At a glance: Refugees and the Safe Third Country Agreement

Tasneem Jamal 0 Comments

In 2017 a growing number of refugees have made claims after crossing irregularly (not at border points) from the United States into Canada. This has stimulated public debate about the effects of the Third Safe Country Agreement, which bars refugees arriving from the United States from claiming refugee status at a Canadian Point of Entry on the United States-Canada border.1

Published in The Ploughshares Monitor Volume 38 Issue 1 Spring 2017 

Why are more people crossing into Canada from the United States to make refugee claims?

Some people in the United States without permanent status feel unsafe and are afraid that their refugee claim will not be given fair consideration. Some people from one of the six countries targeted by the U.S. “travel ban” are worried that they will not be able to reunite with immediate family members even if they themselves are accepted as refugees. Some people always intended to come to Canada.

What is the Safe Third Country Agreement?

Under the 2004 Safe Third Country Agreement, Canada and the United States designate each other as “safe” for refugees and establish the principle that refugee claimants should seek protection in the first of the two countries that they reach. A person making a refugee claim at a Canadian Port of Entry will be sent back to the United States to claim there, unless s/he meets one of the limited exceptions.

Why do people cross irregularly?

The Safe Third Country Agreement does not apply to people who enter Canada via an irregular means and then make a refugee claim. Refugee claimants entering irregularly generally present themselves as soon as they can to law enforcement officials.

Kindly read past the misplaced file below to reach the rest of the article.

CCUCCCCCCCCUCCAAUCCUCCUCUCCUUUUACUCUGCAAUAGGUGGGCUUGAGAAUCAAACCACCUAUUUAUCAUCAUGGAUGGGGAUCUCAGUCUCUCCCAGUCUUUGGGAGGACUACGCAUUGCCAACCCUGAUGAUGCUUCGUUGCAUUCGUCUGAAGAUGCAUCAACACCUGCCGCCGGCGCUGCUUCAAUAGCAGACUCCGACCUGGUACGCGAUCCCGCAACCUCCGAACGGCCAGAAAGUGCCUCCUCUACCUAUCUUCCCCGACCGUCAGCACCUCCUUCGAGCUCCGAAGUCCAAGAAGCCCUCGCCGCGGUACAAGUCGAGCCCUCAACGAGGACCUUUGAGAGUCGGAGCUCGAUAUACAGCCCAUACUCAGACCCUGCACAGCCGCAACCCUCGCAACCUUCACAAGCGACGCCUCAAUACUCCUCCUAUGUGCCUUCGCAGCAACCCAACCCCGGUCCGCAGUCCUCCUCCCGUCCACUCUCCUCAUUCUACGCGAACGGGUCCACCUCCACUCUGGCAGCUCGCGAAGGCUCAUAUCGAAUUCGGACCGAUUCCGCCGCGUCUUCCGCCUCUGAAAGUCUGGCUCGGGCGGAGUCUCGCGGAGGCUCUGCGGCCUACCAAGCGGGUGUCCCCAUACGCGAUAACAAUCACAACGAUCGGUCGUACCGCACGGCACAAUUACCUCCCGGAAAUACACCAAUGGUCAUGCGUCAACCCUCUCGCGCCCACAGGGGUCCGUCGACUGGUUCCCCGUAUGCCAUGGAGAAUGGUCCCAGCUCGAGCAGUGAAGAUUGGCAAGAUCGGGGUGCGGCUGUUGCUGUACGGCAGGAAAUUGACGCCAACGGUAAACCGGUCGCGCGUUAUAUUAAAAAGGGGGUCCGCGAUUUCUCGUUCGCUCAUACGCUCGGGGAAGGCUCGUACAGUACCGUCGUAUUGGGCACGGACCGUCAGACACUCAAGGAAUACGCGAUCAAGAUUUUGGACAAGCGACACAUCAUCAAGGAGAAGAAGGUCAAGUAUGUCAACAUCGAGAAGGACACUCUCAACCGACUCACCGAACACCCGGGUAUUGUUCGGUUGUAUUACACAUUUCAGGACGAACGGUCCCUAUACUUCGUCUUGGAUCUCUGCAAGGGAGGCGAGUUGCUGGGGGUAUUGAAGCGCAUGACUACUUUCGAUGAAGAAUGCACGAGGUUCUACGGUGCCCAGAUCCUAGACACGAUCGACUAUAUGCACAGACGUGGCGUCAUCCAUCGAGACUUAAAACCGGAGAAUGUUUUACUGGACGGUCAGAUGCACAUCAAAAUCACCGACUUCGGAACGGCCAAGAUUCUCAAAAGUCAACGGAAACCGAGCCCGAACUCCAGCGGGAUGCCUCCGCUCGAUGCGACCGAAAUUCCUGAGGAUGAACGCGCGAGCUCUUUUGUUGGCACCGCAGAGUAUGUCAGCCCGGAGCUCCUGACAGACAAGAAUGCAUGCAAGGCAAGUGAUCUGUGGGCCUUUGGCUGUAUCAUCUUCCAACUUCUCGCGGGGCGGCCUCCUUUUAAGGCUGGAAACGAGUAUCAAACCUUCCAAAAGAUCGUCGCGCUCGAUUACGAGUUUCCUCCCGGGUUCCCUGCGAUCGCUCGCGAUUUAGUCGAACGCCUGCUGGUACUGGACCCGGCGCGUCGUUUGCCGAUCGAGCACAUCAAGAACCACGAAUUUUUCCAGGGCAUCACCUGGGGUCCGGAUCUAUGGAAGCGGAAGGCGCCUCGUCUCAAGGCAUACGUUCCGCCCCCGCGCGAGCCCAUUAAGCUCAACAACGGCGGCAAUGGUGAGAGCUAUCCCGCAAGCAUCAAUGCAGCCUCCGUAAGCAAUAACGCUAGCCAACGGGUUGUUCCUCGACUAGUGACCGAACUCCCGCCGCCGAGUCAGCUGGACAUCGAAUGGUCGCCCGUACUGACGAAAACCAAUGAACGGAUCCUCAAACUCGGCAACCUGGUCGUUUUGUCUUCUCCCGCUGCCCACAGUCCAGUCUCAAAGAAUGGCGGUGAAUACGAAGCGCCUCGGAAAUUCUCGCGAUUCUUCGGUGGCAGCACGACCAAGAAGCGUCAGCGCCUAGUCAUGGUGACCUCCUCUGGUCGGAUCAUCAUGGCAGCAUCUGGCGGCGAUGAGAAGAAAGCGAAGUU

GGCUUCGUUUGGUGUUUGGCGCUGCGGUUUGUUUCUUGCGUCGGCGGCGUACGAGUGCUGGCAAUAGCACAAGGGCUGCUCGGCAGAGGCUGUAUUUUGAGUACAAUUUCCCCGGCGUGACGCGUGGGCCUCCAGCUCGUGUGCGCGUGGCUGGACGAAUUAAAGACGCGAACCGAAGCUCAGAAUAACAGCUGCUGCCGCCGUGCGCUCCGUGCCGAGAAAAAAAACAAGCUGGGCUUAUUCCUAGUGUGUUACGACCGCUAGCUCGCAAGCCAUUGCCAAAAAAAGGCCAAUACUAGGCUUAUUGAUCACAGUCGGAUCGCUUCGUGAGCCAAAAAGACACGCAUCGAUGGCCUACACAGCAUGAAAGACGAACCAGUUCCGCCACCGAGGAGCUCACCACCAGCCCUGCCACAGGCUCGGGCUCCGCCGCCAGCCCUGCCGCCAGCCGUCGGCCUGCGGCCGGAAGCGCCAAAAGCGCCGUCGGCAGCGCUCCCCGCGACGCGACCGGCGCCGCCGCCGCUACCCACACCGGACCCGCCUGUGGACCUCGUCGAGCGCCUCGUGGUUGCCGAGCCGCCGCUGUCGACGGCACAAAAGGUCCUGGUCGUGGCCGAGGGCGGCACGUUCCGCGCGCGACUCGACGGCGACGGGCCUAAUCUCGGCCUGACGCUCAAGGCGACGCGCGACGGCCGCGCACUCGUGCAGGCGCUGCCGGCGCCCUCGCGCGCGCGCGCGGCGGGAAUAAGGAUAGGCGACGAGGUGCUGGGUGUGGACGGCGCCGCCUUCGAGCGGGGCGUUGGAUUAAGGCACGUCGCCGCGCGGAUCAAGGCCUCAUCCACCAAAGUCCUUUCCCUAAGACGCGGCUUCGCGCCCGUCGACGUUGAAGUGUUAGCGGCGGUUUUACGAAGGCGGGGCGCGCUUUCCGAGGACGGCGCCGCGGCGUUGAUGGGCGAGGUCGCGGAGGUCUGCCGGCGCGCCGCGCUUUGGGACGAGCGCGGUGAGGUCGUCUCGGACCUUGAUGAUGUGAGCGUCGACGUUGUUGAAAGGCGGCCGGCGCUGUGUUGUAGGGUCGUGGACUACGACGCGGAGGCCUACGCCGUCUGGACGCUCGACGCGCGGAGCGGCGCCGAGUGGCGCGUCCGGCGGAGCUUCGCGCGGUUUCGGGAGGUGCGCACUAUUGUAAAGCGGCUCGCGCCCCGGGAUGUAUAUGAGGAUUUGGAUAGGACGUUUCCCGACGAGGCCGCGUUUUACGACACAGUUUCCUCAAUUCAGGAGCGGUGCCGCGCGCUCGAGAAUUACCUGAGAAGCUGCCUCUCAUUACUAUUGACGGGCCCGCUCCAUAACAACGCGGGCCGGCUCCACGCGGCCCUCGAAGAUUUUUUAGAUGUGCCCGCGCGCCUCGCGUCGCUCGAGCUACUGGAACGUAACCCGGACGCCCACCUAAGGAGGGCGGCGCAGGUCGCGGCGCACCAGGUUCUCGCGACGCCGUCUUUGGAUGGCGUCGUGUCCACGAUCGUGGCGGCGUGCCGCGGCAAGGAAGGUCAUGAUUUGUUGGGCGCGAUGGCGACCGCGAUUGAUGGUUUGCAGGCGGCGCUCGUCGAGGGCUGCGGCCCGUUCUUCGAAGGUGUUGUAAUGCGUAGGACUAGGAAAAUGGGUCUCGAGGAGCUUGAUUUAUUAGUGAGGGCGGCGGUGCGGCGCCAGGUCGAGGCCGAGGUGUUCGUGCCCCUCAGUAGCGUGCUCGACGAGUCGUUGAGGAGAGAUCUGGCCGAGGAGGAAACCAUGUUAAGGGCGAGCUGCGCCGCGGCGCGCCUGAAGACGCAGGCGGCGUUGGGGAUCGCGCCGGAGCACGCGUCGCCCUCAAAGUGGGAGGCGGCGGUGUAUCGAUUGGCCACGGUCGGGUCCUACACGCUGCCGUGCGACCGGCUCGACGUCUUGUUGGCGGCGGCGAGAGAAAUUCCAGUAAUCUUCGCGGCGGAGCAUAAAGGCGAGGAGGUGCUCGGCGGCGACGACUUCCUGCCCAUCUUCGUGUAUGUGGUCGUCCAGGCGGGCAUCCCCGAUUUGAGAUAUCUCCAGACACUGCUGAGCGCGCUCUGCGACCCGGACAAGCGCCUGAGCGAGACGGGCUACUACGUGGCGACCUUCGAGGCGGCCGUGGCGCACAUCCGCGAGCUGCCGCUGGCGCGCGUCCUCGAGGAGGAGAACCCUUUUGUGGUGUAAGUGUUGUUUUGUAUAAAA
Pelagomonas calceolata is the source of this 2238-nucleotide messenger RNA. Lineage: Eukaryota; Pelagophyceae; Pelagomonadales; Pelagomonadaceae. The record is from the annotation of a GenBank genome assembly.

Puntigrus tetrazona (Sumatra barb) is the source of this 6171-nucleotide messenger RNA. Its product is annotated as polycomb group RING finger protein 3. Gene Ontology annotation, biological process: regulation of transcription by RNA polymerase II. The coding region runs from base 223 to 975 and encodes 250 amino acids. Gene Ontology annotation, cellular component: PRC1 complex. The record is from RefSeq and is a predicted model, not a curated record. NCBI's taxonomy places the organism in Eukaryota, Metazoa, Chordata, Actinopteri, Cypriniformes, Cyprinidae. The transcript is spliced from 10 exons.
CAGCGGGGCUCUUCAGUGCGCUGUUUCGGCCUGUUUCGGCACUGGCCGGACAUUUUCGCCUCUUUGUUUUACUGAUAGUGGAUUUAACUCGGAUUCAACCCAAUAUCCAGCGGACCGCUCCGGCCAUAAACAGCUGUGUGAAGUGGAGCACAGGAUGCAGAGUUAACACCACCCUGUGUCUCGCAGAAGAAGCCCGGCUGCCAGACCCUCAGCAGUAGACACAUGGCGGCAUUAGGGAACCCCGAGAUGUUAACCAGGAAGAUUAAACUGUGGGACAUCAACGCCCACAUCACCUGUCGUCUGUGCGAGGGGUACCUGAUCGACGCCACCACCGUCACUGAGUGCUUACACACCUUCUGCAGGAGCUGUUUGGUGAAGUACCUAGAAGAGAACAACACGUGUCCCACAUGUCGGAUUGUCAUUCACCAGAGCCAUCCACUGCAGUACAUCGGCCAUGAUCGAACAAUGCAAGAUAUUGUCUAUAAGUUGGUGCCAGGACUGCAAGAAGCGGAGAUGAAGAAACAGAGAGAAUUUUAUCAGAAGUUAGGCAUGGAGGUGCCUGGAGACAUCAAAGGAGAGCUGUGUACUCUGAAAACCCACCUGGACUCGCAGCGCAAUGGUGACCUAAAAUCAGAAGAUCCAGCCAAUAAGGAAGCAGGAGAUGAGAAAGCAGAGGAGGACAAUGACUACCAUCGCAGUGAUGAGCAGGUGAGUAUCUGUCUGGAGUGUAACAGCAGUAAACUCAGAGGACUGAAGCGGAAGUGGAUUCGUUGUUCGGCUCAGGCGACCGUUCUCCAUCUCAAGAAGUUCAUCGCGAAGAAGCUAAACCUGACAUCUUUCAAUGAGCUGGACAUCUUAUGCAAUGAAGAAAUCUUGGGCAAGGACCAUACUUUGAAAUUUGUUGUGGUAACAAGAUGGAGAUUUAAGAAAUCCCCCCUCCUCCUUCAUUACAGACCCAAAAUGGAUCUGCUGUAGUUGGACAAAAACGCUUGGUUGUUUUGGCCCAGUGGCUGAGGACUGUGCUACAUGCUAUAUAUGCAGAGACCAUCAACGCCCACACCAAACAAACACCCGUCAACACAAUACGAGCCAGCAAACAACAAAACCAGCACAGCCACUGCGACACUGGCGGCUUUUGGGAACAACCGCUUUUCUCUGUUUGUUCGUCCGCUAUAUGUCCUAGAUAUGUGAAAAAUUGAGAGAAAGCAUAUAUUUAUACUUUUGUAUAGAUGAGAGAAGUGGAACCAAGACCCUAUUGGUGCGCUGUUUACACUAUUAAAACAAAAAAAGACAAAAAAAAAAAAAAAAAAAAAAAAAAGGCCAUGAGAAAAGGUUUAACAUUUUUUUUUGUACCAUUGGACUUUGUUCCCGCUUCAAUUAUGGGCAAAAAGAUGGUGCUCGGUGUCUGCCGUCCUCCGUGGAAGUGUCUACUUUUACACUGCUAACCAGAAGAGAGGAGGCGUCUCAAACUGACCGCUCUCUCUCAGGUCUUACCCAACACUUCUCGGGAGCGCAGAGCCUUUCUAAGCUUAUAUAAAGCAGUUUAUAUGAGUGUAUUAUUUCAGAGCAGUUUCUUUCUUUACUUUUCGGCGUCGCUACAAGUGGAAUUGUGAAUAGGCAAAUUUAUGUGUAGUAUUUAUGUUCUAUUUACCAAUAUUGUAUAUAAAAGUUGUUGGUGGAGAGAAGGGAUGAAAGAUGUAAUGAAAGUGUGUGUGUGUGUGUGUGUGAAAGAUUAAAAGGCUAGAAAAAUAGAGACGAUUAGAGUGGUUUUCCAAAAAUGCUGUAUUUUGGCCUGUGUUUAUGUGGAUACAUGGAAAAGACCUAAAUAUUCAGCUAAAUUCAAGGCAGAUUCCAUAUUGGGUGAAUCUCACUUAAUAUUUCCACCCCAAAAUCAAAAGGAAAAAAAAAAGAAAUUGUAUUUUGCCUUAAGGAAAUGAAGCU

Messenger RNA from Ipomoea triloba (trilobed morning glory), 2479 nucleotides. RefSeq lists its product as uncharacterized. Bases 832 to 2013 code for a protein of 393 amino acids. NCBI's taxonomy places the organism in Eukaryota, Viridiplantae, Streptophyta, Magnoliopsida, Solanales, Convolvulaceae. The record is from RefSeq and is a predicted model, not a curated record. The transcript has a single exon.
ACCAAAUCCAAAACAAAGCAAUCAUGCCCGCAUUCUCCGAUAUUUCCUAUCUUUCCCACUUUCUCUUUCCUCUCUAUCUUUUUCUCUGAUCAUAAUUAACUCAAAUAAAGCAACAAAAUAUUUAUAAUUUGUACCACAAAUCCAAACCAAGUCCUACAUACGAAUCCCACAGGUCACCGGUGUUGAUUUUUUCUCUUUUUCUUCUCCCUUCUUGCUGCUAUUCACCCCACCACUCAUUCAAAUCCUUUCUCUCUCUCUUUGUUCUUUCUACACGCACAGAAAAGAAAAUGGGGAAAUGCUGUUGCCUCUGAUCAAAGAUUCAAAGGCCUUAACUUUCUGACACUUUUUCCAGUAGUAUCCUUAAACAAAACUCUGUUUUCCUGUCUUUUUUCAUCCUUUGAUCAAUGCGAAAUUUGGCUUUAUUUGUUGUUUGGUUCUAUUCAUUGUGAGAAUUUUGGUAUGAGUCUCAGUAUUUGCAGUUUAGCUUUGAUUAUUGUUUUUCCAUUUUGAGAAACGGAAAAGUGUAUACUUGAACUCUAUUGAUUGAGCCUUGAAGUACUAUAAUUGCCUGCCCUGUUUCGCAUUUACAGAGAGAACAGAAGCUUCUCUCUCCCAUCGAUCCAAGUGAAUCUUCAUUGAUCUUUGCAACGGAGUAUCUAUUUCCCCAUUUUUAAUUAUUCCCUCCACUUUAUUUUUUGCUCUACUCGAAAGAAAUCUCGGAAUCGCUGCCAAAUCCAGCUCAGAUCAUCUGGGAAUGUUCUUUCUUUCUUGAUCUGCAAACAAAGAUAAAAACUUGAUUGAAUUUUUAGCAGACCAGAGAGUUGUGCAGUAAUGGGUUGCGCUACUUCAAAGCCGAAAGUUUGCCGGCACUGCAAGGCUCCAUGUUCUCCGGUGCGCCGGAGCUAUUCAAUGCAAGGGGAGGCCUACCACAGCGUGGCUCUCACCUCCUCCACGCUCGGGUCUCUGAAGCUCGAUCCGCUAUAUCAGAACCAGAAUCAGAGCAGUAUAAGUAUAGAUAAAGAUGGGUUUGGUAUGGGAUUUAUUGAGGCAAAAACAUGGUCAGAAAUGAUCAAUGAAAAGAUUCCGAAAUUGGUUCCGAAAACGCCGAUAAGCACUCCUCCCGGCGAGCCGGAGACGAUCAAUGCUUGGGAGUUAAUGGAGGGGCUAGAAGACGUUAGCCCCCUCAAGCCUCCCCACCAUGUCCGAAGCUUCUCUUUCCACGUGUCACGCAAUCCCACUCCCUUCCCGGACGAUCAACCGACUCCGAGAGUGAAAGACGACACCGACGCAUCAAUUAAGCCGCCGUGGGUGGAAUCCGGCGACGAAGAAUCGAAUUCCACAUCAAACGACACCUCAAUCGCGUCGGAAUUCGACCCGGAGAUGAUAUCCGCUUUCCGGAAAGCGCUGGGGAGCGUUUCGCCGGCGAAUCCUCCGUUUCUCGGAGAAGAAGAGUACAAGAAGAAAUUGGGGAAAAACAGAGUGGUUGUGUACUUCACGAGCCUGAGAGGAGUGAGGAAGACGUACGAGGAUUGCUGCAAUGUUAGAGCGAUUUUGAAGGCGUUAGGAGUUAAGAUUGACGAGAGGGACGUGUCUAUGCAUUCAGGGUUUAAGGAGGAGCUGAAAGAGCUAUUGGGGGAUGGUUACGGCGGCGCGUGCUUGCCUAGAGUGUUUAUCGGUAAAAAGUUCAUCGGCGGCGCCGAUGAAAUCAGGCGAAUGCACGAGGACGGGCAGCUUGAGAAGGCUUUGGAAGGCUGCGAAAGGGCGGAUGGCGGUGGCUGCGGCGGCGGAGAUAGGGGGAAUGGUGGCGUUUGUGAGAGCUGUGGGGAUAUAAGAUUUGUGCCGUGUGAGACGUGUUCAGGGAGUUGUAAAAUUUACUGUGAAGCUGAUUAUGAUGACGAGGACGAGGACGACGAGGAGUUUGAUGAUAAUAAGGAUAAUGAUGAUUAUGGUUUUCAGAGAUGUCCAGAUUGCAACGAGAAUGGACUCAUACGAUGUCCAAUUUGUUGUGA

What are the security concerns when refugee claimants cross irregularly?

People crossing irregularly may be at physical risk, especially in the extreme cold. Smugglers sometimes charge thousands of dollars to take refugees across the border.

If the Safe Third Country Agreement were suspended, people could make their refugee claim at the border ports of entry in a safe and orderly way. They could also be provided with documentation, giving them access to relevant basic services and reducing hardship.

​Only those who have a well-founded fear of persecution in their country of origin could benefit by making a refugee claim in Canada.  Those who do not face persecution would be likely to face removal to their home country shortly after arriving in Canada.

Note

1. Information is drawn from the website of the Canadian Council for Refugees.

Click to Share

Leave a Reply

Your email address will not be published. Required fields are marked *